The U.S Senate sanctions that were passed in response to the Hong Kong security law might affect crypto brokerage operations.
Dubbed the ‘Hong Kong Autonomy Act,' this senate bill aims to reprimand China for eroding the city's autonomy, which had long favored its position as a financial hub. According to the new security law, Hong Kong's freedom of expression has been infringed to the extent of not being allowed to criticize the Chinese Communist Party (CCP).
With the U.S acting as the leader of the free world, a counter move on this infringement was to be expected. Now that the Senate has already given the green light; the U.S government can now move to limit its foreign registered subsidiaries in Hong Kong from providing access to the dollar ecosystem. These limitations will be in situations where the other party is undermining Hong Kong's autonomy. However, the bill did not specify what criteria would be used to arrive at such decisions, leaving this to the U.S Treasury.
The Effect on Crypto Brokerages
These moves by the U.S senate and CCP could have a significant toll on crypto brokerages operating in Hong Kong. The city has long been a link between mainland China crypto businesses and international markets, given its friendly nature towards digital assets. This link has since motivated mainland China-based crypto exchanges such as Huobi and OKCoin to set up in Hong Kong.
While their operations are majorly in Asia, access to the dollar ecosystem is fundamental for liquidity and other aspects. According to the president of Hong Kong's Bitcoin Association, Leo Weese, a move to curtail liquidity provision would be catastrophic for the Hong Kong-based exchanges:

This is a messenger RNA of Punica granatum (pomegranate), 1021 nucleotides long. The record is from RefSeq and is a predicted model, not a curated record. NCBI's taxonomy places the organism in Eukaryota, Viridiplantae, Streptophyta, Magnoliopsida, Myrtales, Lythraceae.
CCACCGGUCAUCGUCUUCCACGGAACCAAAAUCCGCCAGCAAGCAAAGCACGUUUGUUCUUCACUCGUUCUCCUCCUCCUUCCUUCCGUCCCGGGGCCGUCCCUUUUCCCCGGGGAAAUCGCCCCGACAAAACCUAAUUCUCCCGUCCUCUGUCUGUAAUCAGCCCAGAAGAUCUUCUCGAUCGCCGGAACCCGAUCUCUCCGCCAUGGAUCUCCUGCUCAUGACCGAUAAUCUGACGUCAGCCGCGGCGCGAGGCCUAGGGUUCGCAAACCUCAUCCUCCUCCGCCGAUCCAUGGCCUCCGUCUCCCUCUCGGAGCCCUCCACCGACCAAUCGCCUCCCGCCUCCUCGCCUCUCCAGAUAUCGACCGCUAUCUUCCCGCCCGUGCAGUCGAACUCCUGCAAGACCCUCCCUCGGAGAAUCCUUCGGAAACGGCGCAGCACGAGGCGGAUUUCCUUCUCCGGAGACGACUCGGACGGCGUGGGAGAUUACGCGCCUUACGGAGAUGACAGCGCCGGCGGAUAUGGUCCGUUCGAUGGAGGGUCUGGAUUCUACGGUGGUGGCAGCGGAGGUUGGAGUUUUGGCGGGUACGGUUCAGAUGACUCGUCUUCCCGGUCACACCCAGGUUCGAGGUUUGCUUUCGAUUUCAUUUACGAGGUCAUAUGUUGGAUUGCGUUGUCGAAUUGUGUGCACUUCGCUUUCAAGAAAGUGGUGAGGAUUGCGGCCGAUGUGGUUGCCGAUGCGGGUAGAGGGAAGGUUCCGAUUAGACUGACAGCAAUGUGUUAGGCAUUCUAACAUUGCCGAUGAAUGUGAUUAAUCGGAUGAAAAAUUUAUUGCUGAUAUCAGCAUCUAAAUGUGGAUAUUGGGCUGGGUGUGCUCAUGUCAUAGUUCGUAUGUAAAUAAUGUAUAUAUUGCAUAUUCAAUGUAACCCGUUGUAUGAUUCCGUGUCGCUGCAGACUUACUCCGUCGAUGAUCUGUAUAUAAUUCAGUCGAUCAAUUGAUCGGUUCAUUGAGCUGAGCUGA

“The most successful cryptocurrency companies here are dependent on their access to the U.S. dollar system … They move money around, they are big brokers, and if they somewhat lose that access, they are in trouble.”
Weese's sentiments were seconded by other stakeholders in this market, including Genesis Block's chief trader, Charles Yang, who noted that reliance on U.S banks for dollar settlements is inevitable. Consequently, the ongoing friction puts their business at more risk.
“If there is any further friction from the U.S. policy, it could be very damaging to our business.”
Hong Kong's Financial Dominance in Limbo
While the new security law doesn't intend to change Hong Kong's financial status, this could quickly change, according to Weese.
“I think for now there is no intention to mess with Hong Kong's financial system and scare companies away, but of course things could quickly change.”
As both the CCP and U.S continue to fine-tune their stance on this development, a move to Beijing as China's financial hub will mean more scrutiny by the government. This might, in turn, make wire transfers and other financial services expensive and slower compared to the autonomy that preceded business in Hong Kong.